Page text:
Five Talents Partner Provides Free Healthcare for the Poor in Jakarta's Slums


If you're familiar with Five Talents, you've seen the terms "community group" or "savings and loan association" in nearly every post. Such groups are formed by microfinance institutions primarily for economic purposes – so that women and men running businesses can save money and take out small loans in a setting where they receive both support and accountability.

Five Talents partners with trusted local organizations to provide everything that group members need for their enterprise, from micro-loans to business skills training and spiritual support. (The story of Ibu in Indonesia is a perfect illustration of this.) But the true beauty of "community groups" is that they can also serve as a hub for anti-poverty measures that extend beyond the realm of microfinance.

"A community group that is brought together for economic reasons becomes a mechanism for other assistance to be administered – so it's an opportunity," said David Middleton, a Five Talents associate who also serves on the organization's program review committee and operates the consulting company Development Services International, Ltd.

"[Community groups] are one of the best mechanisms around to look for and assist and understand a whole range of different needs a community may have that may not be related to economic needs – for example, literacy or health or training in other kinds of life skills. Once people are together and they have a regular meeting point, then other services can be given out to the community."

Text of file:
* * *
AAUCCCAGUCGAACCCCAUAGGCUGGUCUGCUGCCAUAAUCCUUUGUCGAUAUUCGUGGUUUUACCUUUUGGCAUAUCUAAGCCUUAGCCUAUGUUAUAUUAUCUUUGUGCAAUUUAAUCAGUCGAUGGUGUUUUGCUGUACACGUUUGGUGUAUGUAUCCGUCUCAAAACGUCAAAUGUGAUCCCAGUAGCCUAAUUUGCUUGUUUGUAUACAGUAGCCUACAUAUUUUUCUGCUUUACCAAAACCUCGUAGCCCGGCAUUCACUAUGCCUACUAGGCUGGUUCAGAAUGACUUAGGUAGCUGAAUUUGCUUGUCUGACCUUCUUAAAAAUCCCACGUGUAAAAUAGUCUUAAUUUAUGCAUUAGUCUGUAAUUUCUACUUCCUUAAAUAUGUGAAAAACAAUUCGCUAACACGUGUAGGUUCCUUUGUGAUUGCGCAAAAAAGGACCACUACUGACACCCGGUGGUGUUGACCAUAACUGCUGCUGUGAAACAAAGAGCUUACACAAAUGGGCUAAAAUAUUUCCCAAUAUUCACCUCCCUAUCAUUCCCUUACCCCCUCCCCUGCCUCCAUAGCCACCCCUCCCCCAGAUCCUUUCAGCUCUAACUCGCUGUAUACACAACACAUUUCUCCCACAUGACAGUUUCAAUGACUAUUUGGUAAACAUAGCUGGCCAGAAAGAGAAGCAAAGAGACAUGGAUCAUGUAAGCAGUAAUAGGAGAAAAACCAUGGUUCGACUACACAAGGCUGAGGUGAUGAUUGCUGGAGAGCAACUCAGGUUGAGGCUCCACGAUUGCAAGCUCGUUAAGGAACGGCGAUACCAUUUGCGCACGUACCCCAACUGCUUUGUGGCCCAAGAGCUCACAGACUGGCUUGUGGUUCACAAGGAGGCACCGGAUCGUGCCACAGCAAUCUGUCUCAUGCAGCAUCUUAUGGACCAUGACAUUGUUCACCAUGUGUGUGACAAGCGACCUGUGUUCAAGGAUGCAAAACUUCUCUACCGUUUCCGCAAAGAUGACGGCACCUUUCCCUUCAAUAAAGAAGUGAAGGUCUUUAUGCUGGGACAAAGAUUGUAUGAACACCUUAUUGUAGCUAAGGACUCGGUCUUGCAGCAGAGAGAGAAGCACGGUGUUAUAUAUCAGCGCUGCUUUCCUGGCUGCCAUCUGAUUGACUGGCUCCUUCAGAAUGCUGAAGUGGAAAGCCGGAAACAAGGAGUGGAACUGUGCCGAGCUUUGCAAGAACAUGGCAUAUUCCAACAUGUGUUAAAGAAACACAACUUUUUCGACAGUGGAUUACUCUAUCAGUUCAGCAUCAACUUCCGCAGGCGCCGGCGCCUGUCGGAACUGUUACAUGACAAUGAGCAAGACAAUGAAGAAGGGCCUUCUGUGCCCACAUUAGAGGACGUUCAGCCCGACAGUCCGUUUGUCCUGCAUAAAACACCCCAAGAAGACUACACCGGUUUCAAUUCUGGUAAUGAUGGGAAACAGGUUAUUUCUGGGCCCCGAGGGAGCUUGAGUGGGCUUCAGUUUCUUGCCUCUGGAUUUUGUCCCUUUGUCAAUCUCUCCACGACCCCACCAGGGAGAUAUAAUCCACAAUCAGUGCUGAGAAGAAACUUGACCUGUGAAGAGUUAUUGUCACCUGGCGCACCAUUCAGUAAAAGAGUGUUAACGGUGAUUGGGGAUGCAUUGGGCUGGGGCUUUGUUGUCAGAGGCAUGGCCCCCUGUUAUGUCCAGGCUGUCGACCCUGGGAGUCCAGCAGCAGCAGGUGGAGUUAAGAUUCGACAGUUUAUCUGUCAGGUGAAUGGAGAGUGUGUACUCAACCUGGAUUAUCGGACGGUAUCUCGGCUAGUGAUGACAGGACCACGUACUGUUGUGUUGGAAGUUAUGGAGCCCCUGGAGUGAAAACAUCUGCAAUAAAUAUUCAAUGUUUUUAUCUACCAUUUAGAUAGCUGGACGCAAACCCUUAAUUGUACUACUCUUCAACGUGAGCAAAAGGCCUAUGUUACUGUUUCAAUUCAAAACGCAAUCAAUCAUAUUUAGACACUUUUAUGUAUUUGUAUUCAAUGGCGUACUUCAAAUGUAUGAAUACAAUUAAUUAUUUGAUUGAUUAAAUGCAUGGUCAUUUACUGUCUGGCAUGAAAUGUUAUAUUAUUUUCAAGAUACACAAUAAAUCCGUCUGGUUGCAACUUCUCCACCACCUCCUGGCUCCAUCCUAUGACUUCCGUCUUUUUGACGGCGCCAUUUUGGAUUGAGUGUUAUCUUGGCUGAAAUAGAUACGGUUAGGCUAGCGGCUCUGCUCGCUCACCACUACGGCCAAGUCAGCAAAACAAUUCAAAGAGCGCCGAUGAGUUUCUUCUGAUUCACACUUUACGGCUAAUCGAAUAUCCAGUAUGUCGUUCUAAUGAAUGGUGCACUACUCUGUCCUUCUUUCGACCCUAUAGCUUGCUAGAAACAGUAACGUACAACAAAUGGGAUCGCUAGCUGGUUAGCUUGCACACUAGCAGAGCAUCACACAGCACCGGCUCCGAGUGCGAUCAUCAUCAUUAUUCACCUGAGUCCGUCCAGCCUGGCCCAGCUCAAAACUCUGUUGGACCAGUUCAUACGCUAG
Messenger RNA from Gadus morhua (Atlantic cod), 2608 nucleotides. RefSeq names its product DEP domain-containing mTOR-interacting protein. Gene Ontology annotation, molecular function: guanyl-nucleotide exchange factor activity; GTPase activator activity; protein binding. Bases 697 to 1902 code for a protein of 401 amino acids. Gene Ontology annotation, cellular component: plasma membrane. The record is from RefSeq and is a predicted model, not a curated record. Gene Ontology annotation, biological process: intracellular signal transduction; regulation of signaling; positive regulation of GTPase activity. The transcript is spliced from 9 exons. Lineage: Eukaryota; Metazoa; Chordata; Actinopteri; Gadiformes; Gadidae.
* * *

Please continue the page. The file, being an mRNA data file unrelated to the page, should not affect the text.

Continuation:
One of the best examples of this is the free clinic program that is run in Indonesia by GERHATI, a Jakarta-based organization that Five Talents helped to found in 2005. GERHATI, also a Five Talents partner, works with local authorities and a national NGO named Perkantas in the slums of Jakarta to provide healthcare -- not just to group members, but also to other people in the predominantly Muslim community.

"GERHATI staff organizes teams of doctors and nursing staff that can come into venues [such as schools] and set up a mobile, temporary clinic," said Middleton, who has himself participated in several of these clinics. "The members of the groups are told about it and encouraged to bring [others in] the community that need medical assistance."

Health problems – more than a bad harvest or a job loss – can suck the life out of a family and its business, according to Abhijit V. Banerjee and Esther Duflo, the authors of Poor Economics. When a family member gets sick in Indonesia, consumption drops 20 percent, they write. A free health clinic with good doctors, then, can make a real difference in impoverished communities.

Middleton says that most of the people that come to these clinics can't otherwise afford healthcare. "If they do have some money, they're going to spend it on food or shelter or other debts they have to repay. They're the kind of things that win out. They won't pay for a health service because people don't trust the healthcare. They probably think they're wasting their money."

The Muslim and Christian doctors that participate in the GERHATI-led project most often treat respiratory problems – a common ailment in slum communities (pictured here). But the medical professionals will also make sure that severe cases get the help that they need. If ongoing treatment is needed, it will be arranged free of charge.

Each year GERHATI coordinates numerous health clinics in the Bekasi community in Jakarta.

To learn more about Five Talents' work with GERHATI in Indonesia, click here.

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